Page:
And the slowdown centred on January 2016 caused the central bank to soften its previous language about raising interest rates and replace it with a more gradual stance (“FOMC statement”, December 2015).


Previous mid-cycle slowdowns were all somewhat worse than the current loss of momentum, with the ISM manufacturing index hitting a low to somewhere between 49.5 (the best case in August 1962) and 42.8 (the worst case in April 1967).

In more recent decades, the ISM index has hit mid-cycle troughs at 47.1 (May 1985), 45.9 (February 1996), 46.8 (December 1998), 48.9 (November 2012) and 47.8 (January 2016).

But if the index continues to decline at its recent rate it will cross the 50-point threshold sometime in the second or third quarter, boosting the probability the Fed will ease financial conditions in the second half of the year.

Bond traders certainly think the probability of interest rate reductions or other monetary accommodation is increasing, with the U.S. Treasury yield curve for the second half of 2019 inverting again in recent days.

For the time being, the Fed itself “continues to view sustained expansion of economic activity, strong labor market conditions, and inflation near the ... 2 percent objective as the most likely outcomes.”

However, acknowledging downside risk, the central bank noted “global economic and financial developments and muted inflation pressures” and promised to be patient before adjusting rates (“FOMC statement”, May 2019).

The recent decline in core measures of inflation would give the central bank scope to ease policy if it decided the risk of recession was rising.


Many commentators, policymakers and traders have expressed confidence that the economy will re-accelerate later in the year, given strong growth in household incomes.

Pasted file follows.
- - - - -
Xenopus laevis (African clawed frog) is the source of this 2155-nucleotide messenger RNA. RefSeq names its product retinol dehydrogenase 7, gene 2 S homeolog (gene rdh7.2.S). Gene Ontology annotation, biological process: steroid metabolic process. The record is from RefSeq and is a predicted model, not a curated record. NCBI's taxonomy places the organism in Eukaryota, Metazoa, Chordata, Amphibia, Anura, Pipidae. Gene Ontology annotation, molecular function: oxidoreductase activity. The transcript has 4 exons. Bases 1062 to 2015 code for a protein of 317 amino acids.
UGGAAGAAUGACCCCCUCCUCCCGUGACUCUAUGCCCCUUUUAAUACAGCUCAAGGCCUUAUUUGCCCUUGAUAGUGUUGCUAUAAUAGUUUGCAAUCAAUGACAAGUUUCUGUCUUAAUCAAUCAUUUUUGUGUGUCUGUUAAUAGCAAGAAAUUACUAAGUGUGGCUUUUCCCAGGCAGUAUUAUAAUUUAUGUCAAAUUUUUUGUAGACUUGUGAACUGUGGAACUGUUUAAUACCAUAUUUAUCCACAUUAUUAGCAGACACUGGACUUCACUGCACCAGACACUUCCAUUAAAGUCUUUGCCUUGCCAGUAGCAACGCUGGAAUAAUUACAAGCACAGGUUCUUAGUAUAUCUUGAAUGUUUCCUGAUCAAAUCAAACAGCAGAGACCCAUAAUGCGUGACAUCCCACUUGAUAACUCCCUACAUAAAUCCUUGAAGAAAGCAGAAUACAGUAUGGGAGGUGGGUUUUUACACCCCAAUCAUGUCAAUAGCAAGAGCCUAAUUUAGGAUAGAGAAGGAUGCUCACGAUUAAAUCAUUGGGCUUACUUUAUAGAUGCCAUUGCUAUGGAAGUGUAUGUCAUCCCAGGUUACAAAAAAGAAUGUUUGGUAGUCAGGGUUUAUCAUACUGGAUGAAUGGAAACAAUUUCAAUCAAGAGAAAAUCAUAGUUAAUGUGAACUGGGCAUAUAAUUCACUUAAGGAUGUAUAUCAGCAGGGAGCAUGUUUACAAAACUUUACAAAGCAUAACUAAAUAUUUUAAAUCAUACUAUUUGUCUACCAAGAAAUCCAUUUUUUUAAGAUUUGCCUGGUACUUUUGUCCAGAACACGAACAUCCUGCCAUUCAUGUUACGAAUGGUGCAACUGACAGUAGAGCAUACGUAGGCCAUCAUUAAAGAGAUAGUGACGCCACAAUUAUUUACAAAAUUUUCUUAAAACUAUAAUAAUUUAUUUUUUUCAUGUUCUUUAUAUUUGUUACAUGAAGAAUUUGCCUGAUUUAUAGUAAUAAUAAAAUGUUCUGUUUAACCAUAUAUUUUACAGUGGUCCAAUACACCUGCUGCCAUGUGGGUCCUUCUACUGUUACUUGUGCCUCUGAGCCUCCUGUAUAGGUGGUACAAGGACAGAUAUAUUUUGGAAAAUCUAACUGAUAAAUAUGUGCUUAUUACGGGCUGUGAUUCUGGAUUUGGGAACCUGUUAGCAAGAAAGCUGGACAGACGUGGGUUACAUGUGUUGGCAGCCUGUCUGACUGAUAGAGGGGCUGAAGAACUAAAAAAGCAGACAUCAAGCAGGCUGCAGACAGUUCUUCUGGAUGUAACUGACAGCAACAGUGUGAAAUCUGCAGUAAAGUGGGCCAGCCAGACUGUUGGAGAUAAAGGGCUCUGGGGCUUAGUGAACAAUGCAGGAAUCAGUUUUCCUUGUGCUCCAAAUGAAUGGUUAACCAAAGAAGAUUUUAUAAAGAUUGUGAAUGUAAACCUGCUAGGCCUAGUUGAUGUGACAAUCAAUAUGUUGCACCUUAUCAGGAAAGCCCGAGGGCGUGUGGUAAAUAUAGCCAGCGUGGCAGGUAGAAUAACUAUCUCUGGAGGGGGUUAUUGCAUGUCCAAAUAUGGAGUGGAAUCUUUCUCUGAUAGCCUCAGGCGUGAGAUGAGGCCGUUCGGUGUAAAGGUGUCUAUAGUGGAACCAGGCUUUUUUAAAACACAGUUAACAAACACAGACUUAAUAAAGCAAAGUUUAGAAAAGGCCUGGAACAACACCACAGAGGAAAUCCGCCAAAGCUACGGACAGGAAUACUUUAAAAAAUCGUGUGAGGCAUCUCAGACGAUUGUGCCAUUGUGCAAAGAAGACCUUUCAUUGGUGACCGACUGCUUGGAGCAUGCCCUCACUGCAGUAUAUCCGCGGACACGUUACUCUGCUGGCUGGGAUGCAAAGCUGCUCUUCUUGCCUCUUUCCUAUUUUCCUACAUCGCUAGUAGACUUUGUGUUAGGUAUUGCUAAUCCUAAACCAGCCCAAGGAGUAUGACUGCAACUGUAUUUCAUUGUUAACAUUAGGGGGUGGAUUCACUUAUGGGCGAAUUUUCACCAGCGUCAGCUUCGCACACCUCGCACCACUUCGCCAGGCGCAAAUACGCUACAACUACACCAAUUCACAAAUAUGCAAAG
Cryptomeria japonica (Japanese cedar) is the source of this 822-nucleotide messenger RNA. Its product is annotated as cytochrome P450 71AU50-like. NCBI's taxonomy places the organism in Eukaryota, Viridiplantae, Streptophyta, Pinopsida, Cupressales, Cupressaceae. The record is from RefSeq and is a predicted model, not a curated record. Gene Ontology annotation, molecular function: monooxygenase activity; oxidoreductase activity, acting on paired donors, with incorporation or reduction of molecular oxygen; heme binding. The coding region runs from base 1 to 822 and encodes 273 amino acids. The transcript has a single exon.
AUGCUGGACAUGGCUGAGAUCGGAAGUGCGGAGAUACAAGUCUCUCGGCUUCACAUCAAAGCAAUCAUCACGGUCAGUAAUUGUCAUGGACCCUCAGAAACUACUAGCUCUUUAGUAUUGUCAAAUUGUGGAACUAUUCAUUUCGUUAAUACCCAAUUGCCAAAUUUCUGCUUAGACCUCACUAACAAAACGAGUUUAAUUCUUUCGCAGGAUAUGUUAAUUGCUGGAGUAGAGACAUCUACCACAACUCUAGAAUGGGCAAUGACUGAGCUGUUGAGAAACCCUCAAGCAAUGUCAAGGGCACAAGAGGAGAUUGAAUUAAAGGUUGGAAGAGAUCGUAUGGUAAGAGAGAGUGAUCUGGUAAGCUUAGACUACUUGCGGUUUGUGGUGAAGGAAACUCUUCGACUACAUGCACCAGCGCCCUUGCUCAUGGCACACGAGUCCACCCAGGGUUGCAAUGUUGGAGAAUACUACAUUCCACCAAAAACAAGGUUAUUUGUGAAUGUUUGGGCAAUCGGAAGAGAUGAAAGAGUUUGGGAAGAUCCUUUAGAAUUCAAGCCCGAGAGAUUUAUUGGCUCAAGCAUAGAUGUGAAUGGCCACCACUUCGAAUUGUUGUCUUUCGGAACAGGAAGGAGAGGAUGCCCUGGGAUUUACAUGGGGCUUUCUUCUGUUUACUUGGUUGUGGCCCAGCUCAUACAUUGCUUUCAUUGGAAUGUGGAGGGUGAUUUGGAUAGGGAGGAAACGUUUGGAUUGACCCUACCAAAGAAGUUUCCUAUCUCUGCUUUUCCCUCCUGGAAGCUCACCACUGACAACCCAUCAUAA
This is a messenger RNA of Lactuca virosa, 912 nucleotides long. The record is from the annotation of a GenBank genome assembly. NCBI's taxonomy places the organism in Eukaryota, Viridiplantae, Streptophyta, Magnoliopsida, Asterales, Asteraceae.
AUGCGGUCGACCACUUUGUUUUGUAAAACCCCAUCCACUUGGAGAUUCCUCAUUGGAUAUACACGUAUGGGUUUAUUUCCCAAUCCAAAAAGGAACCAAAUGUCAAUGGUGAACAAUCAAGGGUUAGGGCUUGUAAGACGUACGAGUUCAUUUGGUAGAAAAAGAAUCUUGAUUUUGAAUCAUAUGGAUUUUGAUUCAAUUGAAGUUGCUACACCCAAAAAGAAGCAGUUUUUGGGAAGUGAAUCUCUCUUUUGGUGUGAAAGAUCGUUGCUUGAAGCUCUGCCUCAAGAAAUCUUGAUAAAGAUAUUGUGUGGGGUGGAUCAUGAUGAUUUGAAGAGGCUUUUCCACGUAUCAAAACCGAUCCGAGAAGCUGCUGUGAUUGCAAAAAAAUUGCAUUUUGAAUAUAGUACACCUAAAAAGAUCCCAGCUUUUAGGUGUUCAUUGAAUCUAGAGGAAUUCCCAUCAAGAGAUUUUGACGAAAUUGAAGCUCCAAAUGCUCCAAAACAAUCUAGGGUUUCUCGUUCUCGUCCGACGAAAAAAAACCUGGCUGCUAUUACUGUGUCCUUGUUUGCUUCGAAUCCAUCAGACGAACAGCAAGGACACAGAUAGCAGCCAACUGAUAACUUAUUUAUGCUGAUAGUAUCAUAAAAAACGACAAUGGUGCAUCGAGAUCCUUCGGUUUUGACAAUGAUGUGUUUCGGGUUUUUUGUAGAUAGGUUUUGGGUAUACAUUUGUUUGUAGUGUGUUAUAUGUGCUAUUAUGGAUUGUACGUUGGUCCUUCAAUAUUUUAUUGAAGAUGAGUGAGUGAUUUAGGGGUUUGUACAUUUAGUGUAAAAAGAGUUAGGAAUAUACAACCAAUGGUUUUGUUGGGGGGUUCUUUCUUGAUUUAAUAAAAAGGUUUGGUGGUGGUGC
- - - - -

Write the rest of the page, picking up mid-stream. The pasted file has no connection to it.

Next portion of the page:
If a comprehensive trade deal can be reached between the United States and China, that could reduce tariffs, boost business confidence and investment, and spur faster growth.

Congress and the administration could also reach an agreement on a major infrastructure spending package that would aim, among other things, to boost domestic manufacturing and employment.

Since the 1960s, however, there has never been a mid-cycle slowdown comparable to the current one when the Fed has not taken steps to ease financial conditions.

Perhaps this time will be different. But if the slowing trend persists for the next 2-3 months, policymakers may conclude it is worth a small easing of financial conditions as an insurance policy against a recession.

The Fed made the same calculation in 2012, 1998, 1995, 1985, 1967 and 1962. Faced with the same set of problems, policymakers are likely to react in the same way again.

John Kemp is a Reuters market analyst. The views expressed are his own.

Related columns:

- U.S. economy loses momentum despite impressive headline growth (Reuters, April 26)

- U.S. economy hits soft patch, putting Fed on alert (Reuters, April 18)

- Next U.S. recession is likely to be shorter and milder (Reuters, March 26)

- Fed’s next move more likely to be cut in interest rates (Reuters, March 7)

Editing by Toby Chopra